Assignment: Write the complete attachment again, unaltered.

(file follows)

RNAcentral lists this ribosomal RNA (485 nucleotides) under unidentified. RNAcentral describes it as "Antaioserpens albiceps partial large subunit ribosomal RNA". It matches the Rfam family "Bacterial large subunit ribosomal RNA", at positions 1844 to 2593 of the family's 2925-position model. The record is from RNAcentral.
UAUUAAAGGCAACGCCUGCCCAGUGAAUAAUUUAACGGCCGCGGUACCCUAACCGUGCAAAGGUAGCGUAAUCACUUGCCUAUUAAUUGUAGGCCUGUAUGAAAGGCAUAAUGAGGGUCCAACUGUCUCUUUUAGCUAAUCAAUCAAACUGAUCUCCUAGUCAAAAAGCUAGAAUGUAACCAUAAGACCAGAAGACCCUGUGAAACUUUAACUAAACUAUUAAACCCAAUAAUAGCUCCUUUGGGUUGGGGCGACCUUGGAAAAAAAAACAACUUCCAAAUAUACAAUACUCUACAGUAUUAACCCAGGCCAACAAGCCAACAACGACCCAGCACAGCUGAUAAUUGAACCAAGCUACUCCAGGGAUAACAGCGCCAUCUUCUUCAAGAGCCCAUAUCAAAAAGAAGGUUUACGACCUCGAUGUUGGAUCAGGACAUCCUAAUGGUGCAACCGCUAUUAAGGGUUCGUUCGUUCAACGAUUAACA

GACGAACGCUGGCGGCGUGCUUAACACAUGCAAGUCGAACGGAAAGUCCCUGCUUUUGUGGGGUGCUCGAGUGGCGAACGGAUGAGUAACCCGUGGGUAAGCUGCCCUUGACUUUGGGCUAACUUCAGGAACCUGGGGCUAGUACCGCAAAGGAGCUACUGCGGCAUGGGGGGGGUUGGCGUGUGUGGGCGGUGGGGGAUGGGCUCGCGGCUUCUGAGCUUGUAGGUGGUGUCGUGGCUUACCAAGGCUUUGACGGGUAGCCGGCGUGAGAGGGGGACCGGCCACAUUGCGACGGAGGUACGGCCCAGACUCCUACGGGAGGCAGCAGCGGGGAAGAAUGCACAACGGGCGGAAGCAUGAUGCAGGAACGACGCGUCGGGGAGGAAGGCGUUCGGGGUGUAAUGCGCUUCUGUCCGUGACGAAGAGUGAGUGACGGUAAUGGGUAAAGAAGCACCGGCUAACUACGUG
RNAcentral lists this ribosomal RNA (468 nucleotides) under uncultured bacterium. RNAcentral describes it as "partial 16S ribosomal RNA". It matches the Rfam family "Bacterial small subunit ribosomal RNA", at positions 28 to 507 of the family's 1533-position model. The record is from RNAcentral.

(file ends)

RNAcentral lists this ribosomal RNA (485 nucleotides) under unidentified. RNAcentral describes it as "Antaioserpens albiceps partial large subunit ribosomal RNA". It matches the Rfam family "Bacterial large subunit ribosomal RNA", at positions 1844 to 2593 of the family's 2925-position model. The record is from RNAcentral.
UAUUAAAGGCAACGCCUGCCCAGUGAAUAAUUUAACGGCCGCGGUACCCUAACCGUGCAAAGGUAGCGUAAUCACUUGCCUAUUAAUUGUAGGCCUGUAUGAAAGGCAUAAUGAGGGUCCAACUGUCUCUUUUAGCUAAUCAAUCAAACUGAUCUCCUAGUCAAAAAGCUAGAAUGUAACCAUAAGACCAGAAGACCCUGUGAAACUUUAACUAAACUAUUAAACCCAAUAAUAGCUCCUUUGGGUUGGGGCGACCUUGGAAAAAAAAACAACUUCCAAAUAUACAAUACUCUACAGUAUUAACCCAGGCCAACAAGCCAACAACGACCCAGCACAGCUGAUAAUUGAACCAAGCUACUCCAGGGAUAACAGCGCCAUCUUCUUCAAGAGCCCAUAUCAAAAAGAAGGUUUACGACCUCGAUGUUGGAUCAGGACAUCCUAAUGGUGCAACCGCUAUUAAGGGUUCGUUCGUUCAACGAUUAACA

GACGAACGCUGGCGGCGUGCUUAACACAUGCAAGUCGAACGGAAAGUCCCUGCUUUUGUGGGGUGCUCGAGUGGCGAACGGAUGAGUAACCCGUGGGUAAGCUGCCCUUGACUUUGGGCUAACUUCAGGAACCUGGGGCUAGUACCGCAAAGGAGCUACUGCGGCAUGGGGGGGGUUGGCGUGUGUGGGCGGUGGGGGAUGGGCUCGCGGCUUCUGAGCUUGUAGGUGGUGUCGUGGCUUACCAAGGCUUUGACGGGUAGCCGGCGUGAGAGGGGGACCGGCCACAUUGCGACGGAGGUACGGCCCAGACUCCUACGGGAGGCAGCAGCGGGGAAGAAUGCACAACGGGCGGAAGCAUGAUGCAGGAACGACGCGUCGGGGAGGAAGGCGUUCGGGGUGUAAUGCGCUUCUGUCCGUGACGAAGAGUGAGUGACGGUAAUGGGUAAAGAAGCACCGGCUAACUACGUG
RNAcentral lists this ribosomal RNA (468 nucleotides) under uncultured bacterium. RNAcentral describes it as "partial 16S ribosomal RNA". It matches the Rfam family "Bacterial small subunit ribosomal RNA", at positions 28 to 507 of the family's 1533-position model. The record is from RNAcentral.